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Bobbi Kristina Brown

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Bobbi Kristina Brown
Bobbi Kristina Brown.JPG
Brown performing on Good Morning America on September 1, 2009
Born(1993-03-04)March 4, 1993
DiedJuly 26, 2015(2015-07-26) (aged 22)
Cause of deathLobar pneumonia
Resting placeFairview Cemetery
Westfield, New Jersey, U.S.
Other namesKrissi
Occupation
  • Reality television personality
  • singer
PartnerNick Gordon (2012–2015)[a]
Parents
Relatives

Bobbi Kristina Houston Brown (March 4, 1993 – July 26, 2015) was an American reality television personality. She was the daughter and only child of singers Whitney Houston and Bobby Brown. Her parents' fame kept Brown in the public eye, as did her appearances on the reality show Being Bobby Brown.

Brown intended to become a singer, actress, and dancer like her parents. She performed with her mother at concerts a number of times, as well as singing a cover of her mother's song "I'm Your Baby Tonight" on Being Bobby Brown. She appeared as herself on a number of television shows and specials, and played a role on Tyler Perry's television series For Better or Worse in 2012.

On January 31, 2015, Brown was found unconscious in a bathtub in her home, which was similar to the fate of her mother. After being in a coma for nearly six months, Brown died from lobar pneumonia on July 26, 2015, at the age of 22. After her death, her life was the subject of a television movie in 2017 and a documentary in 2021.

Early life[edit]

Bobbi Kristina Houston Brown was born on March 4, 1993, at Saint Barnabas Medical Center in Livingston, New Jersey, to singers Whitney Houston and Bobby Brown.[1] Through her mother, Brown was related to many singers and entertainers: her maternal grandmother was singer Cissy Houston of The Drinkard Singers;[2] her mother's cousins were singers Dee Dee Warwick,[2] Dionne Warwick,[2] and Leontyne Price.[3][4] Brown's uncle was former professional basketball player Gary Garland, her mother's half-brother.[5] Through her father, Brown had six half-siblings: Landon, La'Princia, Robert "Bobby" Jr., Cassius, Bodhi, and Estelle.[6] Her godmother was gospel singer CeCe Winans and her godfather was music executive Clive Davis.[7][8]

Brown grew up in front of cameras, appearing besides Houston during an interview with Barbara Walters at eight months old, and appearing aged one on stage at the 1994 American Music Award when her mother accepted an award.[9][10] Her vocals were featured on her mother's 1998 song "My Love Is Your Love," for the album of the same title.[11] When her mother brought her to the recording studio and held her up to the microphone, she said "Sing, mommy," which can be heard during the first verse of the song; she says "Clap your hands!" at the end of the track. Brown was featured on her mother's 2003 Christmas album titled One Wish: The Holiday Album on "The Little Drummer Boy".[12] When Brown's parents divorced in 2007, her mother was awarded custody.[13]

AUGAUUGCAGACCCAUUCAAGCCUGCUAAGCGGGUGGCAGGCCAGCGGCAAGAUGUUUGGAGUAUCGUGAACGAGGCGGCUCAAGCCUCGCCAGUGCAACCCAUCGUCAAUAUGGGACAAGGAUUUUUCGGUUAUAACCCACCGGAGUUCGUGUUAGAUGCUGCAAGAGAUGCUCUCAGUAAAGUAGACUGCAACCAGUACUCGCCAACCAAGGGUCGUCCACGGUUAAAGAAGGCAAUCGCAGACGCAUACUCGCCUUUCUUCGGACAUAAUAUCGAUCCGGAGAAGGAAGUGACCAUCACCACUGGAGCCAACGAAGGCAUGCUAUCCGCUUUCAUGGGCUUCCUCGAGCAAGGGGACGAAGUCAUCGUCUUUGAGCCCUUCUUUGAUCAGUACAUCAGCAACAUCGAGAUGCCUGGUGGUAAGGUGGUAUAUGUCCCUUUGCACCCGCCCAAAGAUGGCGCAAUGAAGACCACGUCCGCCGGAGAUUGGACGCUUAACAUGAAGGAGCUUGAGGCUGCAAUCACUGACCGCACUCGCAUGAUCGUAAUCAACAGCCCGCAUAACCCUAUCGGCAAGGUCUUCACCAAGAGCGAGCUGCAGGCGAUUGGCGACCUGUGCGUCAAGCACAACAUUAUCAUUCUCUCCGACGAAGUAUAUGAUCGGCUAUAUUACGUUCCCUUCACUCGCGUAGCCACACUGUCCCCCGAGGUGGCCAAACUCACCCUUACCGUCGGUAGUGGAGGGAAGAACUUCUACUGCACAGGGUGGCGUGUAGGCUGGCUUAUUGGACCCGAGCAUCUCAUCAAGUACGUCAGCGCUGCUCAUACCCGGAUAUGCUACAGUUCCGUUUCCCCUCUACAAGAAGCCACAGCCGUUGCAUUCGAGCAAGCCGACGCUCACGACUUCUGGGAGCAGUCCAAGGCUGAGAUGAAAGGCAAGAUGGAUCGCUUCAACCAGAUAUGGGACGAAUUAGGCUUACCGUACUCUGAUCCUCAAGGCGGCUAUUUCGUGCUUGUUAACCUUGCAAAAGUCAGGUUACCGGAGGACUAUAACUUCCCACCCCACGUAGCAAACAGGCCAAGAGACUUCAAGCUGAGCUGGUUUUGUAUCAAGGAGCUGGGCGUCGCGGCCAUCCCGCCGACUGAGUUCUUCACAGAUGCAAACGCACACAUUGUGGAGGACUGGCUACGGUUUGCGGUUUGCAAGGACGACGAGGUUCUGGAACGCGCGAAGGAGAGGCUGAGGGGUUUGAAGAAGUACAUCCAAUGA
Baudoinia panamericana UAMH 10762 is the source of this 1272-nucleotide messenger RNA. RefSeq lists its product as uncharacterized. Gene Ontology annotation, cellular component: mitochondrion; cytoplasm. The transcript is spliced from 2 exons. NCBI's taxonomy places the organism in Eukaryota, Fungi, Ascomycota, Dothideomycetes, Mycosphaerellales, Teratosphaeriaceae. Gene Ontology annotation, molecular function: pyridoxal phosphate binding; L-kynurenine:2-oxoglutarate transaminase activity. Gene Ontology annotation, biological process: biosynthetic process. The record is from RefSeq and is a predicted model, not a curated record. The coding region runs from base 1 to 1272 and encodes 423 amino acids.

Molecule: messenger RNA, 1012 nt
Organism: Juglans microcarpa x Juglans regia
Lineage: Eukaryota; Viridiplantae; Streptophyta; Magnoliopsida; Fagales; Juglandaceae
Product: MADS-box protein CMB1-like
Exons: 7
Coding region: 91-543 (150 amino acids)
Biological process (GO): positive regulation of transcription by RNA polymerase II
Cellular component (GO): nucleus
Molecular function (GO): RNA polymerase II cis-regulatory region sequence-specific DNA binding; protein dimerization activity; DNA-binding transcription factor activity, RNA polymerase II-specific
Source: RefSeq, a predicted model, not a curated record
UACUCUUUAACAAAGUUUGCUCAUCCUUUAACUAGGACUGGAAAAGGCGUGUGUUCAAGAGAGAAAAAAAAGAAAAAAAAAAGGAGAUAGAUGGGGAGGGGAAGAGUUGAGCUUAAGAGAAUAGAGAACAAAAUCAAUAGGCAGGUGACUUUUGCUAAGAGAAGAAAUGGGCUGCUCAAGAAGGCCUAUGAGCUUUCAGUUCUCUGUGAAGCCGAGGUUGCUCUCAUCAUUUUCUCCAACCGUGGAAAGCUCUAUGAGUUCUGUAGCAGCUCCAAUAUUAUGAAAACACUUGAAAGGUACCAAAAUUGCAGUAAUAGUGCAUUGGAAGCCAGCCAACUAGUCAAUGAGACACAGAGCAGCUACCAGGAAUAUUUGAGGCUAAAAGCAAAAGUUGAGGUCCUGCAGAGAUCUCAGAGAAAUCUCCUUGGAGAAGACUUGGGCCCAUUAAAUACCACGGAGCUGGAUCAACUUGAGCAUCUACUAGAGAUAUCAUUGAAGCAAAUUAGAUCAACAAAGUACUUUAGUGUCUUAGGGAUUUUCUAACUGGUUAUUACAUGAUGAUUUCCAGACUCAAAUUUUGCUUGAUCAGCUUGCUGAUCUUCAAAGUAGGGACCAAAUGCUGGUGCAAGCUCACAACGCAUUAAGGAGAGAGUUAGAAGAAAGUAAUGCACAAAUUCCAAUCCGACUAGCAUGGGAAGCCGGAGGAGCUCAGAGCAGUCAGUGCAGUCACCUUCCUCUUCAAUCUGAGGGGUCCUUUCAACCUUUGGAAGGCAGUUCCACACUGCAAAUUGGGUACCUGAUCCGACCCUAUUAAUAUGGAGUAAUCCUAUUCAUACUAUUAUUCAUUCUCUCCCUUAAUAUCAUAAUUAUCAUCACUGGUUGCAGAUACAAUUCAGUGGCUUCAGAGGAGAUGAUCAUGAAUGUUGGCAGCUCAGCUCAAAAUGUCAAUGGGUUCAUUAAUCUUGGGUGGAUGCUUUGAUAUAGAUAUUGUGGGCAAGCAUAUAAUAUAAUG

The Guardian writer Caroline Sullivan characterized Brown's childhood as difficult because of her parents' drug problems.[14] TheWrap stated, "Brown grew up under the media glare, with her family issues playing out in a very public way."[15] The media also scrutinized Brown's weight; BET,[16] Essence,[17] and the Daily Beast[18] all wrote articles commenting and speculating on Brown's fluctuating weight. Author Mark Bego characterized Brown's teenage years as "no picnic" because of the media focus on her and her "extreme growing pains" because of that.[19]

Adult life[edit]

Brown's mother died at age 48 in a hotel bathtub in February 2012 from what was later ruled an accidental drowning with heart disease and cocaine use listed as contributing factors.[20] Brown was described as "inconsolable" and a few days later was admitted to Cedars-Sinai Medical Center in Los Angeles; according to a family friend, Brown was "overwhelmed".[21][22] In accordance with her mother's will, Brown was the beneficiary of Houston's entire estate including her clothing, jewelry, cars, personal effects, and furniture.[23] The will provided for Brown to receive trust fund payments in installments until she reached age 30, after which she was to receive the remainder of Houston's $115-million estate.[24]

In March 2012, Brown said she felt her mother's spirit and expressed her intention to carry on her mother's legacy by doing the "singing thing," along with starting a career as an actor and dancer.[25] She was subsequently cast in her acting debut for a recurring role as Tina the receptionist in Tyler Perry's For Better or Worse television series. Perry stated "She did a fantastic job. And that kid has a such a future. She's such an actor. I'm so proud of her. I'm telling you, as far as she wants to go in the business, she can."[26] After rumors began Brown had "tearfully exited the set" of the show, Perry came to her defense stating that had never happened.[27] Brown hoped to be cast in Angela Bassett's biographical film Whitney based on her mother. When Bassett did not cast her, Brown called her a "bitch". Bassett said that she did not cast Brown "for a number of reasons... she's not an actress, and acting is a craft".[28] Brown later apologized to Bassett on Twitter after generating controversy among fans.[29]

In July 2013, Brown announced her engagement to a close family friend, Nick Gordon, who had come to live in the Houston household when he was 12 years old but was never formally adopted.[30] The announcement caused controversy within the family;[31][32] before making their romantic involvement known, Brown had referred to him as her "big bruh" in online posts.[33][34] Brown said the couple received her grandmother Cissy's blessing prior to their engagement.[35] Though the two never legally married, Brown and Gordon announced they had married on January 9, 2014.[36][37]

Coma and death[edit]

On January 31, 2015, Gordon and a friend found Brown face down in a bathtub in her home in Alpharetta, Georgia.[38] They began CPR until emergency medical services personnel arrived. According to a police spokesperson, Brown was alive and breathing after being transported to North Fulton Hospital in Roswell, Georgia.[22] At first, they found no evidence to indicate drugs or alcohol caused the incident,[39] but this was later disputed. Doctors placed Brown in an induced coma after determining her brain function was "significantly diminished", and her family was told a meaningful recovery would be "a miracle".[40]